In need for a paradigm shift: Will the visit of the UNSG to CAR change Self-imposition of MINUSCA?
24 October 2017
Since 24 March 2012, when the Seleka faction took power in the Central African Republic, the country has witnessed an unprecedented cycle of violence. Today, there are more than a million-people killed and many private and public property is looted and vandalized. Despite the presence on the ground of 12,000 men, soldiers and police of the United Nations Multidimensional Integrated Stabilization Mission of Central Africa (MINUSCA), violence is spreading throughout the country without concrete action to stop it.
A catastrophic situation
The Disarmament, Demobilization and Redeployment (DDR) process is bogged down because negative incentives are more important than positive incentives for armed groups. The government seems reluctant to accept the demands of leaders of armed groups (amnesty, participation in government and security institutions). And for their part, representatives of armed groups have every interest in prolonging the discussions on DDR: they are paid at each meeting in the absence of any coercive force with carte blanche to indulge in violent predation in the areas under their control.
The UN peace strategy in the Central African Republic is based on the same principles as those set out by the UN Security Council for Mali, South Sudan or the Democratic Republic of Congo: reconciliation through dialogue, the fight against impunity, the fight against the trafficking of arms and natural resources, etc. From one country to another, despite differences in context, resolutions duplicate pacification ideas and techniques (DDR, security sector reform, special criminal court, etc.). While in the Central African Republic, MINUSCA has human resource and has the right to use force under Chapter VII of the United Nations Charter, it deftly demands the already weakened Central African authorities to protect its population exposed to the worst violence (Resolution 2301 of July 26, 2016 from the United Nations Security Council).
Urgency of a paradigm shift
It is in this very chaotic environment that Antonio Guterres, United Nations Secretary General will be visiting the Central African Republic against the backdrop of the renewal of MINUSCA's current mandate expiring on November 15, 2017 and the significance of an increase in number of MINUSCA soldiers to 900 men as desired by President Faustin-Archange Touadera at the 72nd UN General Assembly. This is commendable.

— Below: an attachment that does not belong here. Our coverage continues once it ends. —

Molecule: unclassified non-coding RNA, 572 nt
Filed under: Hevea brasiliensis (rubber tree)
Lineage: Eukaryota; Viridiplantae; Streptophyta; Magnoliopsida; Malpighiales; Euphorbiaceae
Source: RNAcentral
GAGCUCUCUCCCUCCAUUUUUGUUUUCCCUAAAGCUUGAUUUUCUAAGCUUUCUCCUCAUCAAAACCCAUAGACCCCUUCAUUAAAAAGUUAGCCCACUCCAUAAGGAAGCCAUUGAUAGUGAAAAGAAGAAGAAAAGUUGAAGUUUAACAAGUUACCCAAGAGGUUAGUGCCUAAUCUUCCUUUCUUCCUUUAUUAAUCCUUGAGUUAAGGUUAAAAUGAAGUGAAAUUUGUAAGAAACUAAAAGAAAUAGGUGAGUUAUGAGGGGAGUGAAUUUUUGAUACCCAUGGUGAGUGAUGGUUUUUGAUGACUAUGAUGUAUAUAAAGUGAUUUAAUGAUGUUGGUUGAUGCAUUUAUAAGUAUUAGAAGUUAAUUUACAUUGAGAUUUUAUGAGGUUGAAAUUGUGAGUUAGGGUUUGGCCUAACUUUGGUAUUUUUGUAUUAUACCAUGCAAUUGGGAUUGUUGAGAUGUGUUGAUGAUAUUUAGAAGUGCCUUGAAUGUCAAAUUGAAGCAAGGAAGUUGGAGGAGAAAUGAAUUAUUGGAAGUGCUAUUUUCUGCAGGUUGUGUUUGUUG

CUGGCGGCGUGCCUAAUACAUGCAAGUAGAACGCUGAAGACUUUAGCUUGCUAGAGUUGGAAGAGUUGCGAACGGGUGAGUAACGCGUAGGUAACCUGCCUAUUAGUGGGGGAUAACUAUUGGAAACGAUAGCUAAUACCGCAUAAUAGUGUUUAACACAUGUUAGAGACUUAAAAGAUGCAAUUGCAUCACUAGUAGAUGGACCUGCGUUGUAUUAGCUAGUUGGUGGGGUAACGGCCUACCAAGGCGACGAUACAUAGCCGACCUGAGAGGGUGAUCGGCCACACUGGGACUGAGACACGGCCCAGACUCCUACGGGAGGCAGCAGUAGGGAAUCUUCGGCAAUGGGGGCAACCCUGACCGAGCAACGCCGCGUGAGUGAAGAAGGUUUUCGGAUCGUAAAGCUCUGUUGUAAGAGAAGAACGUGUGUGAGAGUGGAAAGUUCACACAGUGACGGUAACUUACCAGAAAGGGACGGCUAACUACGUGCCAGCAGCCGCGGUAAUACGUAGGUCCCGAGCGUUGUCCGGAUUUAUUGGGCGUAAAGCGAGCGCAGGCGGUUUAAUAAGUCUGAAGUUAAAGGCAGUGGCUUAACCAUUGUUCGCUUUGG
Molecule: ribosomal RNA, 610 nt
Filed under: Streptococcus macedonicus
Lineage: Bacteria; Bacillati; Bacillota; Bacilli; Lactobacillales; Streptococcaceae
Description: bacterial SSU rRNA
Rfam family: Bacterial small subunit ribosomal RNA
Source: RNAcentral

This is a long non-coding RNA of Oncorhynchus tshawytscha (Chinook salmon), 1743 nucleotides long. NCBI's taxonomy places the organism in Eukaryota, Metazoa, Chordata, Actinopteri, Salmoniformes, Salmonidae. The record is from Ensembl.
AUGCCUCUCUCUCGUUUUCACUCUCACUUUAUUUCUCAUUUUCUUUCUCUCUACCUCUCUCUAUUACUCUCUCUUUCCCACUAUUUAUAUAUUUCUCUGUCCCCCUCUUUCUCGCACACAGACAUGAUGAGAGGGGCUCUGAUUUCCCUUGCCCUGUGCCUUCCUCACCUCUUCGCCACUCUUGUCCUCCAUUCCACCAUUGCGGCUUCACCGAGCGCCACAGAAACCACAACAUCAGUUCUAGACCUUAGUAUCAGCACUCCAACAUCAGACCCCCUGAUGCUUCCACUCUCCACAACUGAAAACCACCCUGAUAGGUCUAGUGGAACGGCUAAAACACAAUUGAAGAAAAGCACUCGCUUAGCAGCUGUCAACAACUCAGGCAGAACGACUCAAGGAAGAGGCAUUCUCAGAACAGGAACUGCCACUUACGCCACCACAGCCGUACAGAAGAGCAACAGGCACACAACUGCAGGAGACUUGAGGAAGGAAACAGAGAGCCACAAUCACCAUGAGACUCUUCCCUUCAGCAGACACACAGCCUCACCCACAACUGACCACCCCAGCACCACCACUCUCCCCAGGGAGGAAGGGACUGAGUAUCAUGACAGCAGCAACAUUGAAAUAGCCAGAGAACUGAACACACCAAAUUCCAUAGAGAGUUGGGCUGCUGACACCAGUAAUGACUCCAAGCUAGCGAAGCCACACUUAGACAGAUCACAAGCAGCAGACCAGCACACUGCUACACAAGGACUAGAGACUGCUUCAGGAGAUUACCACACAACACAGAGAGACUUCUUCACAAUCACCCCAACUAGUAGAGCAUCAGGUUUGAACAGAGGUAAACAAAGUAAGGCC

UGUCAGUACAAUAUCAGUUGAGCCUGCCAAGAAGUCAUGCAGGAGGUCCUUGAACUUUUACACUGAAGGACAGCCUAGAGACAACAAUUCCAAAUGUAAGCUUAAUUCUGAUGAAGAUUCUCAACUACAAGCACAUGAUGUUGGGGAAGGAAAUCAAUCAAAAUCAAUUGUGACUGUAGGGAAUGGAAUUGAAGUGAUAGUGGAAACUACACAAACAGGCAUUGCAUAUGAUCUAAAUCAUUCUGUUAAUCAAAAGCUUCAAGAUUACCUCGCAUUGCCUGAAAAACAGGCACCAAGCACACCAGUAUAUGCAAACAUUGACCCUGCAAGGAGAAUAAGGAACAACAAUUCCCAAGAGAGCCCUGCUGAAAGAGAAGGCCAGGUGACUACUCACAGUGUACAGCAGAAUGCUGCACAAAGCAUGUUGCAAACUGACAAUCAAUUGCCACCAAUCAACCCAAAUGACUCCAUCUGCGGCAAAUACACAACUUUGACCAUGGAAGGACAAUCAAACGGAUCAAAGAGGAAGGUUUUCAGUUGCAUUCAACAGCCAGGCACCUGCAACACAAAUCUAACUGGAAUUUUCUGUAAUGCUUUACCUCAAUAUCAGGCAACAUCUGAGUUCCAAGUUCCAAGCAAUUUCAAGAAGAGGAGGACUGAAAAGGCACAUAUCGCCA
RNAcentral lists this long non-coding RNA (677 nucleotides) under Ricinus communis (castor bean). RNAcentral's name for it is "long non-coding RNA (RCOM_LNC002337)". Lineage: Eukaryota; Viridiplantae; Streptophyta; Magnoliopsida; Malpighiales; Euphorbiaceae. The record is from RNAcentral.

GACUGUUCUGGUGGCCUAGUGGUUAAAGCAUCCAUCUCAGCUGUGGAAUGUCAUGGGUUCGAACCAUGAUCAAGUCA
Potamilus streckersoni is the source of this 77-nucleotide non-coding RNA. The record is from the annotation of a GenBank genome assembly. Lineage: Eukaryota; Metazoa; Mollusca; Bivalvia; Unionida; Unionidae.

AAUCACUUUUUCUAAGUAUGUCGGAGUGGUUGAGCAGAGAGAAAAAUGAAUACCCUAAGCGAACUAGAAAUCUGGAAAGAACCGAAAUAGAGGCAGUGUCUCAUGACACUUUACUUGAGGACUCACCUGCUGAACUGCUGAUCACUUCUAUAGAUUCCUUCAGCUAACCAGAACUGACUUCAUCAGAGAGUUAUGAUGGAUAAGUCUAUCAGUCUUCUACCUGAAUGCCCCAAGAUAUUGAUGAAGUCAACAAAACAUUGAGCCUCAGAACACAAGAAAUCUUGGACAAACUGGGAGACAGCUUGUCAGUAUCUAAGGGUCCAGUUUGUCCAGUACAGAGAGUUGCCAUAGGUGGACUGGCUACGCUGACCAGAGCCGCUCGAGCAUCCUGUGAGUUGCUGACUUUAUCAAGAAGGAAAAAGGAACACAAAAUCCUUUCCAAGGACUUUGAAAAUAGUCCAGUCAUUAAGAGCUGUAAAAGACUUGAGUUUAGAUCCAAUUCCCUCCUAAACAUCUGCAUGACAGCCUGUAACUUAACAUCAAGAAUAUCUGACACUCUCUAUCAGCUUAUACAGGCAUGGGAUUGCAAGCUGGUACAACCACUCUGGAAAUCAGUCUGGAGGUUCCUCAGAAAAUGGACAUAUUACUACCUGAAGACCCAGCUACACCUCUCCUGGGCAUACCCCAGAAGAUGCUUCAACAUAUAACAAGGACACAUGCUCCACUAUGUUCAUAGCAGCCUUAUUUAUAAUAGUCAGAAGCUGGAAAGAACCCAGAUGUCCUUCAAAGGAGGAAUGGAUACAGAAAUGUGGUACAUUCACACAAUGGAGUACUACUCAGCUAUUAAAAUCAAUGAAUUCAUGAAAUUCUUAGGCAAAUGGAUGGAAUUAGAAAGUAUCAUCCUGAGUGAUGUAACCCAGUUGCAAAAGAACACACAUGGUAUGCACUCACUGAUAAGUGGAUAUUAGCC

From perspectives of the Central African Civil Society namely the National Coalition of Civil Society Organizations for the New Deal in CAR (CNOSC/New Deal), member of the Civil Society Platform for Peacebuilding and Statebuilding (CSPPS), the visit of Mr. Guterres will only help to perpetuate the voluntary powerlessness of MINUSCA if it does not look into addressing three essential issues, among others, reflecting weaknesses of MINUSCA actions which has resulted in a lack of population trust: (i) composition of MINUSCA, which has gradually been built up to over 90% by Muslim contingents; (ii) action of certain contingents directed solely towards the protection of the majority of armed groups judged by these contingents as belonging to a minority while they are strongly engaged in the conflict and (iii) lack of professionalism of certain contingents and appropriate response by MINUSCA forces to mass killings and the protection of civilians victims of armed conflict.
Meanwhile, CNOSC/New Deal sees no way out of a possible crisis or a lasting solution for the Central African crisis as long as there will be no strong pressure on the government nor determination towards armed groups. There can neither be a way out of a potential crisis if the Security Council continues to opt for self-inflicted powerlessness while easing it conscience to act. As a result, the population will continue to die in front of the indifference of the international community.
Due to lack of interest in quickly agreeing on DDR, and knowing that entry into government for some members of the armed groups cannot be a lasting solution to the conflict, the Secretary General of the United Nations and the Security Council have two alternatives:
1. Either we are content with a violent status quo and a certain partition of the Central African Republic. This choice, which will be the Congolese scenario replicating in the Central African Republic, will be financially burdensome and will lead to the rooting of armed groups and the creation of a zone of continuous turbulence in central Africa.
2. OR take advantage of Mr. Guterres' stay to shift lines towards a negotiated solution by regaining influence over conflict parties. This implies working at the United Nations level, having the legitimate force and diplomacy go hand in hand. It will be a question of ceasing to believe that DDR and only dialogue will bring peace. It will necessarily be key to act on war economy of armed groups, to condition support to government with concrete actions instead of empty promises and to join forces for negotiation.
For CNOSC/New Deal, only the second scenario will justify the important visit of Mr. Guterres for the population, voiceless, their lives under severe threats and who will not be part of gatherings planned during the Secretary General visit. This scenario will also justify the memory of the many MINUSCA troops who shed their blood for peace in the Central African Republic.
CNOSC/New Deal urges all parties to change paradigm: abandon voluntarily powerlessness and opt for an inclusive dialogue geared to the real issues of peace and involve a legitimate coercive force, adapted and appropriate.
Views expressed in this article represent perspectives of the CSPPS Team in the Central African Republic